The magnetic fields at the north and south pole of the Sun play a crucial role in shaping the structure of the
coronal magnetic field. However, we only observe the magnetic field from the Sun-Earth line, and the magnetic
fields at the poles remain poorly constrained.
As in our prediction for the July 2, 2019 eclipse, we fill the poles using a special technique for handling polar magnetic fields. First we carefully estimate the average net magnetic flux at the poles by analyzing a special series of SDO/HMI observations. Then we fill the unobserved portions of the poles with a combination of positive and negative flux patches. Our filling algorithm is designed to match the average character of flux-elements near the pole and the net flux estimated for the whole area.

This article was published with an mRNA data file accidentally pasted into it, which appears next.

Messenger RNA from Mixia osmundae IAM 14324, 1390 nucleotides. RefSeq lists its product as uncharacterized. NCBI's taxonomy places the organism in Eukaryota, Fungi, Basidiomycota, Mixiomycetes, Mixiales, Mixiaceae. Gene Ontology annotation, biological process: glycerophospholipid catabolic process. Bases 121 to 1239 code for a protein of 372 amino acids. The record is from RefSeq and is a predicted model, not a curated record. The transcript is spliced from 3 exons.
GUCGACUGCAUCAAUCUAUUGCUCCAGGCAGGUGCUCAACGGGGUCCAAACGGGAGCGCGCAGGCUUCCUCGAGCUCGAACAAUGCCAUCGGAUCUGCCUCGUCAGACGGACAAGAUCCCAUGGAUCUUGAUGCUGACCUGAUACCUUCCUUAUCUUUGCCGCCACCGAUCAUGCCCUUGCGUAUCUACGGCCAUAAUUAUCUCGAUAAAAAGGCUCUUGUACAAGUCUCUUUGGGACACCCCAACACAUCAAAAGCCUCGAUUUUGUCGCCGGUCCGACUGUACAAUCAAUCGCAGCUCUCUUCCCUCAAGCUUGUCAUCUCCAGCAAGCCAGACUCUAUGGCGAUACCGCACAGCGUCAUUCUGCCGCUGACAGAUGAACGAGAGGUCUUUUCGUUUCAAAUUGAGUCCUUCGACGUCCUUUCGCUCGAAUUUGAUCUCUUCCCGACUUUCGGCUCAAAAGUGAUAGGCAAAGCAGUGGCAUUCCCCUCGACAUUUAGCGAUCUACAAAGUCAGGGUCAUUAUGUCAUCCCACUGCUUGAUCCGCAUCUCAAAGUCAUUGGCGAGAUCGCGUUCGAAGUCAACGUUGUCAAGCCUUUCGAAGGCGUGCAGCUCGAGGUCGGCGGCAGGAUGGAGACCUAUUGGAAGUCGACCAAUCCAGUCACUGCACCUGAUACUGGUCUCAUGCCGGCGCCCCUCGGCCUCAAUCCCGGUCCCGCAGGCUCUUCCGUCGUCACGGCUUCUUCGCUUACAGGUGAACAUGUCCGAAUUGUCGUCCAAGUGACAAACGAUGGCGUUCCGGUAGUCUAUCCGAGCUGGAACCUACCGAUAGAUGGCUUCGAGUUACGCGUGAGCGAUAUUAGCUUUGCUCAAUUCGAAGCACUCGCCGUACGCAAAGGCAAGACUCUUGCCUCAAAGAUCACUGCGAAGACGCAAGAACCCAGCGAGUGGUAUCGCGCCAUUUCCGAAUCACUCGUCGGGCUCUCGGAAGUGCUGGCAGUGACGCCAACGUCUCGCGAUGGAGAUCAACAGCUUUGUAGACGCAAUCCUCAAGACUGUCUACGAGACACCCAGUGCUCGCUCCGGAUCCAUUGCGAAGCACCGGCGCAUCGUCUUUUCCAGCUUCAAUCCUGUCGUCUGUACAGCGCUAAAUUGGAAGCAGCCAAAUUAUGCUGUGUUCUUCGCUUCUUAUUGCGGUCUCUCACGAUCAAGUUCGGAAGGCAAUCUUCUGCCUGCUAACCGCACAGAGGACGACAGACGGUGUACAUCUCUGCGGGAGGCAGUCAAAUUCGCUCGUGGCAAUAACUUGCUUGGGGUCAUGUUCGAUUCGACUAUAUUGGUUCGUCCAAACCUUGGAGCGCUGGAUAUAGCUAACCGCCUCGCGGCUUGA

The images below compare a smooth extrapolation of the magnetic field towards the poles and the filled map at high resolution. This filled map is used to create the magnetic boundary conditions, which is further smoothed to match the resolution of the simulation.
Most interestingly, adding mixed polarities at the poles leads to additional structure and complexity in the magnetic field there. We can visualize this by zooming in on the squashing factor movie in the polar regions. Here we see sharp, ray-like features emerging from the mixed polarity regions at the poles, particularly within coronal holes (open magnetic field regions). These features are reminiscent of the plume or ray-like features typically observed at the poles during solar eclipses.